The Definition Of Counter Bank Guarantees
Cons (KBG) Bank guarantee or Bank Guarantee is the counter guarantee to the bank issuer Bank guarantee that the insurance company will pay the damages for claims disbursement of Bank guarantees submitted by the Obligee.
KBG is alternative choices of Bank guarantees which require full collateral.
Counter Bank Guarantees Surety Bond Vs.
KBG has a function and the same benefits with the Surety Bond.
It’s just that, KBG published by bank Surety Bond, while published by the insurance company.
The Type Of Counter Bank Guarantees
KBG can be used for the procurement of goods and services, both construction work or non-construction.
KBG types, including the following:
- Guarantee The Guarantee Supply/Tender (Bid Bond);
- Guarantee Implementation (Performance Bond);
- Advance Payment Guarantee (Advance Payment Bond);
- Guarantee Maintenance/Guarantee Of Retention (Maintenance Bond/Retention Bond);
- Guarantee Of Payment (Payment Bond);
- Assurance Of Reclamation; and
- Other warranties.
The Benefits Of Counter Bank Guarantees
One of the benefits of the KBG is to improve cash flow (cash flow), given the amount of collateral required much lighter if compared to the direct submission of the Bank guarantee (direct) to the issuing bank.
Counter Bank Guarantee Wording
In accordance with the decision letter of the Board of Directors of Bank Indonesia Number 23/88/KEP/DIR of the YEAR 1991, Bank guarantees issued by loading the terms of at least the following:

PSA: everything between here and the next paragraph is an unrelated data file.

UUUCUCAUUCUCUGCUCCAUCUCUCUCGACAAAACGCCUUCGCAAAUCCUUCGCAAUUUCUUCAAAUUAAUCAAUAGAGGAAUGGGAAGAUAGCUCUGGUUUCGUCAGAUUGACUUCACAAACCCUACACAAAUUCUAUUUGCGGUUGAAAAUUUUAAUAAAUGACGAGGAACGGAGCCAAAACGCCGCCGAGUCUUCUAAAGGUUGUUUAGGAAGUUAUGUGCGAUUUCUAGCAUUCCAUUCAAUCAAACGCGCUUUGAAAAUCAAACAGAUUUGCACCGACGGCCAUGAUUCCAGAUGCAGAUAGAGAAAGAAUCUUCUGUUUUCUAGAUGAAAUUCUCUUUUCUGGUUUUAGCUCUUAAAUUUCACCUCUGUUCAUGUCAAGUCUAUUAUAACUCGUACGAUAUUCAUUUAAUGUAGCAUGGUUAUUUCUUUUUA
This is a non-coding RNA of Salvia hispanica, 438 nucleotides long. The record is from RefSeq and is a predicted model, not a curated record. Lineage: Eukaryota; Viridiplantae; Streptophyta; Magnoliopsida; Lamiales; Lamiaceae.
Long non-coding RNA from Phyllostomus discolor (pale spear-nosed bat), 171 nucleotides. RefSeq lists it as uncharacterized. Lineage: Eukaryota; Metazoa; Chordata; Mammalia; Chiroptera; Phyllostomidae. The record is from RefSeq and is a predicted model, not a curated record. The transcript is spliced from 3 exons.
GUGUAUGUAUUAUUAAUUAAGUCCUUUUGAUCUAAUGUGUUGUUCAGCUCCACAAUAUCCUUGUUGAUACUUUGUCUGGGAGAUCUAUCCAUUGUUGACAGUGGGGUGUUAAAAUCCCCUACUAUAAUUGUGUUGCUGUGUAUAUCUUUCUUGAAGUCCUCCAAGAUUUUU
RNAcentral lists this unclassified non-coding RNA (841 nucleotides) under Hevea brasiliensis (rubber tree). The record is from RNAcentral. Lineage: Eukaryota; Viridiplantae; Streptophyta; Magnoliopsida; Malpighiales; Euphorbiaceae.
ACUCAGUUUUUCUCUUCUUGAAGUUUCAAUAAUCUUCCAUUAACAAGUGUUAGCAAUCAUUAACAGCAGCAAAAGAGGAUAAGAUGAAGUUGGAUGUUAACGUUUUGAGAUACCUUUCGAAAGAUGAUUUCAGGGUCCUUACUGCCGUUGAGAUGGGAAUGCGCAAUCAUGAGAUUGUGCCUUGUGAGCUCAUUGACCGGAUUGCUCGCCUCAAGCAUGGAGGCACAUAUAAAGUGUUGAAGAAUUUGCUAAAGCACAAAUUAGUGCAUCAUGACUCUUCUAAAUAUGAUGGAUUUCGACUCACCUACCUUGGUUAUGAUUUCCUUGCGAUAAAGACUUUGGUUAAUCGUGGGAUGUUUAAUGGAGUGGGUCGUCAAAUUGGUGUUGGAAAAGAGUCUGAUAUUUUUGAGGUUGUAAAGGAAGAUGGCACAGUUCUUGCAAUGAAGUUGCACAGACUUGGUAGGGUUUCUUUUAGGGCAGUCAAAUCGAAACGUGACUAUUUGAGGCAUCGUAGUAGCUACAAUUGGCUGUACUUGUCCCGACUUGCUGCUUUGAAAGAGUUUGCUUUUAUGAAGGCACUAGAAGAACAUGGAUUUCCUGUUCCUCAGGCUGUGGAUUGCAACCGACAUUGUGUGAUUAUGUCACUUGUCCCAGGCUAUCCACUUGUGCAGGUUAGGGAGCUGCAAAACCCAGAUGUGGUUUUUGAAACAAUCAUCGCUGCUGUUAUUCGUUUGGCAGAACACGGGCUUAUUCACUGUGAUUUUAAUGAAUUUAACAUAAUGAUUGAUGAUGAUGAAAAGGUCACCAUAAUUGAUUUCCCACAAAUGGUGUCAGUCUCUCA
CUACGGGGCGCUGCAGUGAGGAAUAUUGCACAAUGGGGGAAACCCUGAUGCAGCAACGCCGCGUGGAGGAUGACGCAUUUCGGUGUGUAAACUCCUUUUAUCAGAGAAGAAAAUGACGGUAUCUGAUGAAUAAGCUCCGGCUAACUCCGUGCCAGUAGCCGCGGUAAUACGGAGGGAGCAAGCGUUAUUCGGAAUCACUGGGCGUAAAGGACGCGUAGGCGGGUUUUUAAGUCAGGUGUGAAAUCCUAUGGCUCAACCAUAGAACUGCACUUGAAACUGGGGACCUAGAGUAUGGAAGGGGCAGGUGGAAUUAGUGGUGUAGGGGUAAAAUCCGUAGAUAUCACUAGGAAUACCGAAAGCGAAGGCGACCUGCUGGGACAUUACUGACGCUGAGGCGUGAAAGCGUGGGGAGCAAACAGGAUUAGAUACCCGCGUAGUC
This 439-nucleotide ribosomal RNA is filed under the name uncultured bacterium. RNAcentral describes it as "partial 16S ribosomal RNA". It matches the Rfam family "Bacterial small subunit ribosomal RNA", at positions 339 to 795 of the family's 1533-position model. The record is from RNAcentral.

- The title of the “Bank Guarantee” or “Bank guarantees”.
- Name and address of the bank lenders is the warranty.
- The date of the issuance of a Bank Guarantee.
- Transactions between parties that is guaranteed by the recipient of the guarantee.
- The amount of money that is guaranteed by the bank.
- The start date and the end of Bank Guarantee.
- The affirmation of the filing deadline for claims.
- The statement that the guarantor (bank) will meet the payment by first confiscating and selling the objects the owed debt to pay off pursuant to section 1831 law book of the civil code, or a statement that the guarantor (bank) releasing rights to demand privileged so the debtor objects first seized and sold to pay off her debts pursuant to section 1832 book of civil law legislation.
Bank guarantees can be issued by STATE-OWNED banks and/or private bank registered and supervised by the financial services authority (OJK).